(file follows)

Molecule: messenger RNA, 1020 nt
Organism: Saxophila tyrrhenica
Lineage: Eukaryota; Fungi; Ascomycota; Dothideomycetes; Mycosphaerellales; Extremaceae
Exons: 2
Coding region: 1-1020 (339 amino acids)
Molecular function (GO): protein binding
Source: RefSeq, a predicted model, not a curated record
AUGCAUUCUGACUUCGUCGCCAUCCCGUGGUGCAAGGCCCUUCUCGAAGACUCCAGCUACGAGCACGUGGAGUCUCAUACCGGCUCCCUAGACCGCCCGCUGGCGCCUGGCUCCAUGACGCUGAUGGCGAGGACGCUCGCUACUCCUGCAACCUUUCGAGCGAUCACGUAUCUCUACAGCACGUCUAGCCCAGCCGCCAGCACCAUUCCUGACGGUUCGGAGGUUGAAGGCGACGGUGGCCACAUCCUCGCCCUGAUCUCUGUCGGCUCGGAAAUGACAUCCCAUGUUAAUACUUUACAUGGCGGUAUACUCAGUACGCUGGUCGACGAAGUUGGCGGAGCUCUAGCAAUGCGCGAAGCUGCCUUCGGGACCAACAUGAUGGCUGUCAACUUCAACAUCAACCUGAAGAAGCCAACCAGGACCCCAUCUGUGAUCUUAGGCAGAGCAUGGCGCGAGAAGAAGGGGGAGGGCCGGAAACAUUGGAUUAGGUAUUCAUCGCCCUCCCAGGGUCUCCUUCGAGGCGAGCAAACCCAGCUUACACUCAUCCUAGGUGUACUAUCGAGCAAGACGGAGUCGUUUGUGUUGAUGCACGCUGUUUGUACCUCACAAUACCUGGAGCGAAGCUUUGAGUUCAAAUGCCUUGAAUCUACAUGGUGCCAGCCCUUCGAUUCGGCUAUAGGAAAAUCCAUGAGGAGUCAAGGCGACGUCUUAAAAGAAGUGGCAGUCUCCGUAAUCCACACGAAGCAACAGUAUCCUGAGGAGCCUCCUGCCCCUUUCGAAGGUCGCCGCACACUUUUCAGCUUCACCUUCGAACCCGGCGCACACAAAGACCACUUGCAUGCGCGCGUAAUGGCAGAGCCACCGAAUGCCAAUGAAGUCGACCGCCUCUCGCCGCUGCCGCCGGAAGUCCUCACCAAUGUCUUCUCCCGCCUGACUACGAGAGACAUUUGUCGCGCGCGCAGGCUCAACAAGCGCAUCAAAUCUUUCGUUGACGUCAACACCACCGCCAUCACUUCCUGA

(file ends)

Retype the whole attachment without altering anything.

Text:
Molecule: messenger RNA, 1020 nt
Organism: Saxophila tyrrhenica
Lineage: Eukaryota; Fungi; Ascomycota; Dothideomycetes; Mycosphaerellales; Extremaceae
Exons: 2
Coding region: 1-1020 (339 amino acids)
Molecular function (GO): protein binding
Source: RefSeq, a predicted model, not a curated record
AUGCAUUCUGACUUCGUCGCCAUCCCGUGGUGCAAGGCCCUUCUCGAAGACUCCAGCUACGAGCACGUGGAGUCUCAUACCGGCUCCCUAGACCGCCCGCUGGCGCCUGGCUCCAUGACGCUGAUGGCGAGGACGCUCGCUACUCCUGCAACCUUUCGAGCGAUCACGUAUCUCUACAGCACGUCUAGCCCAGCCGCCAGCACCAUUCCUGACGGUUCGGAGGUUGAAGGCGACGGUGGCCACAUCCUCGCCCUGAUCUCUGUCGGCUCGGAAAUGACAUCCCAUGUUAAUACUUUACAUGGCGGUAUACUCAGUACGCUGGUCGACGAAGUUGGCGGAGCUCUAGCAAUGCGCGAAGCUGCCUUCGGGACCAACAUGAUGGCUGUCAACUUCAACAUCAACCUGAAGAAGCCAACCAGGACCCCAUCUGUGAUCUUAGGCAGAGCAUGGCGCGAGAAGAAGGGGGAGGGCCGGAAACAUUGGAUUAGGUAUUCAUCGCCCUCCCAGGGUCUCCUUCGAGGCGAGCAAACCCAGCUUACACUCAUCCUAGGUGUACUAUCGAGCAAGACGGAGUCGUUUGUGUUGAUGCACGCUGUUUGUACCUCACAAUACCUGGAGCGAAGCUUUGAGUUCAAAUGCCUUGAAUCUACAUGGUGCCAGCCCUUCGAUUCGGCUAUAGGAAAAUCCAUGAGGAGUCAAGGCGACGUCUUAAAAGAAGUGGCAGUCUCCGUAAUCCACACGAAGCAACAGUAUCCUGAGGAGCCUCCUGCCCCUUUCGAAGGUCGCCGCACACUUUUCAGCUUCACCUUCGAACCCGGCGCACACAAAGACCACUUGCAUGCGCGCGUAAUGGCAGAGCCACCGAAUGCCAAUGAAGUCGACCGCCUCUCGCCGCUGCCGCCGGAAGUCCUCACCAAUGUCUUCUCCCGCCUGACUACGAGAGACAUUUGUCGCGCGCGCAGGCUCAACAAGCGCAUCAAAUCUUUCGUUGACGUCAACACCACCGCCAUCACUUCCUGA